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Biochemistry. 2012 May 1;51(17):3634-41. doi: 10.1021/bi300301a. Epub 2012 Apr 19.

Different roles of TM5, TM6, and ECL3 in the oligomerization and function of human ABCG2.

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Department of Pharmacology and Toxicology and IU Simon Cancer Center, Indiana University School of Medicine, Indianapolis, Indiana 46202, United States.


ABCG2 is a member of the ATP-binding cassette transporter superfamily, and its overexpression causes multidrug resistance (MDR) in cancer chemotherapy. ABCG2 may also protect cancer stem cells by extruding cytotoxic materials. ABCG2 has previously been shown to exist as a high-order homo-oligomer consisting of possibly 8-12 subunits, and the oligomerization domain was mapped to the C-terminal domain, including TM5, ECL3, and TM6. In this study, we further investigate this domain in detail for the role of each segment in the oligomerization and drug transport function of ABCG2 using domain swapping and site-directed mutagenesis. We found that none of the three segments (TM5, TM6, and ECL3) is essential for the oligomerization activity of ABCG2 and that any one of these three segments in the full-length context is sufficient to support ABCG2 oligomerization. While TM5 plays an important role in the drug transport function of ABCG2, TM6 and ECL3 are replaceable. Thus, each segment in the TM5-ECL3-TM6 domain plays a distinctive role in the oligomerization and function of ABCG2.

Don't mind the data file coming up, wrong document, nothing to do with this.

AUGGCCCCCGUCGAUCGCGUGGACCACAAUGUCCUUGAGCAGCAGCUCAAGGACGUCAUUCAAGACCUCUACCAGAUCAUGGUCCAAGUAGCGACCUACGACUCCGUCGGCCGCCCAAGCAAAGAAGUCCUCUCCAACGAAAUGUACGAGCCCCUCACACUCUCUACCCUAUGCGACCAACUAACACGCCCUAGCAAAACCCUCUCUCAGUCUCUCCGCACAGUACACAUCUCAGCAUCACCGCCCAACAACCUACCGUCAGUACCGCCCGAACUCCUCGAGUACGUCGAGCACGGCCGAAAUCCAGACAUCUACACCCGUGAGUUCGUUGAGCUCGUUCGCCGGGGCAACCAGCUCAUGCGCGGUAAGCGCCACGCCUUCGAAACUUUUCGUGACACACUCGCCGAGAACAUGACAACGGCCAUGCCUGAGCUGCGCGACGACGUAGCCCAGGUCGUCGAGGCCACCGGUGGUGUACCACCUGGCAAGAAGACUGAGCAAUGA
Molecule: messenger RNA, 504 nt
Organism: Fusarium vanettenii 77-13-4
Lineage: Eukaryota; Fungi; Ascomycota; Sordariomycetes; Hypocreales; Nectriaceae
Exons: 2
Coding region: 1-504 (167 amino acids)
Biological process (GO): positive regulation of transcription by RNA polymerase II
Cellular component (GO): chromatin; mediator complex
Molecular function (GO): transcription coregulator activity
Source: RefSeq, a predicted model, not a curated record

[Indexed for MEDLINE]

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